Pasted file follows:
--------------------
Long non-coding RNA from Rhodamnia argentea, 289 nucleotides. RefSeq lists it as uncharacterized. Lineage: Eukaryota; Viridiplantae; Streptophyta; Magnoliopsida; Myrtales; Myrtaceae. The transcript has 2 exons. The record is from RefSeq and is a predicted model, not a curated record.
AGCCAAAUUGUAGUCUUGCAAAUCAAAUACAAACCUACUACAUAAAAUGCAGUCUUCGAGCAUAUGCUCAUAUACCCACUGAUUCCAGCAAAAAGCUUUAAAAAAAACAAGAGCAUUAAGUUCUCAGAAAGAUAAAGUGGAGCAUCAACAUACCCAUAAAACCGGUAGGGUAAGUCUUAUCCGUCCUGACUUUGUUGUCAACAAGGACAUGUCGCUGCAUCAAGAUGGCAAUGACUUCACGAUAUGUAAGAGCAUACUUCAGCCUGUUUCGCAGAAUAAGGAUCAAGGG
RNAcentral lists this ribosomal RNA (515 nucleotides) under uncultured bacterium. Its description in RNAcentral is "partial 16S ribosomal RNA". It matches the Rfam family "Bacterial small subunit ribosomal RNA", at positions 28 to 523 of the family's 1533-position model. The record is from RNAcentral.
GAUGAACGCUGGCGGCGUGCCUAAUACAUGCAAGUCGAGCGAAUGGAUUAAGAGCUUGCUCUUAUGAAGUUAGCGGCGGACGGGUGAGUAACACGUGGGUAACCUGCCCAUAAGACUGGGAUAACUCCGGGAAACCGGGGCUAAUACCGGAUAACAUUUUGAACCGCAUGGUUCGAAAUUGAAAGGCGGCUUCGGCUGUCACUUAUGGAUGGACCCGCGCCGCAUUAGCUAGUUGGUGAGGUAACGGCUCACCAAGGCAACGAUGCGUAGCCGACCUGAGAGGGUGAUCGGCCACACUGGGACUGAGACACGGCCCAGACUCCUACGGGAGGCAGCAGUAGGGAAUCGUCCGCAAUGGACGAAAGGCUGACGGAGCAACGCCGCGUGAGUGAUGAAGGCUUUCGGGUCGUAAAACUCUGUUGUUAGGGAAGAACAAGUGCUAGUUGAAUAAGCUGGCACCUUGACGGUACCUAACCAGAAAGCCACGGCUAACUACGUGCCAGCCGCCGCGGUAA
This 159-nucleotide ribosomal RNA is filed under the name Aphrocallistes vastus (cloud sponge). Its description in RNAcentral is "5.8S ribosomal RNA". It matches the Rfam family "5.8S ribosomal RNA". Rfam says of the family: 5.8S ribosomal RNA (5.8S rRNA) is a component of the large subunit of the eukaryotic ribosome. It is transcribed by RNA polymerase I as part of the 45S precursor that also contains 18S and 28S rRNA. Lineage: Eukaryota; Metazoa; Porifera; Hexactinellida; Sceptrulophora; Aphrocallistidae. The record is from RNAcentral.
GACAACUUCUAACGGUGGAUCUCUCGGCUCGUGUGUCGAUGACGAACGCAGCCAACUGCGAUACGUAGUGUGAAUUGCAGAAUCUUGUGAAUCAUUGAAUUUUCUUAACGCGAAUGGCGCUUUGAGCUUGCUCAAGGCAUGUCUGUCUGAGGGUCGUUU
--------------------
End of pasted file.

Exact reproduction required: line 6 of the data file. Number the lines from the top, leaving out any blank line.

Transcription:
GACAACUUCUAACGGUGGAUCUCUCGGCUCGUGUGUCGAUGACGAACGCAGCCAACUGCGAUACGUAGUGUGAAUUGCAGAAUCUUGUGAAUCAUUGAAUUUUCUUAACGCGAAUGGCGCUUUGAGCUUGCUCAAGGCAUGUCUGUCUGAGGGUCGUUU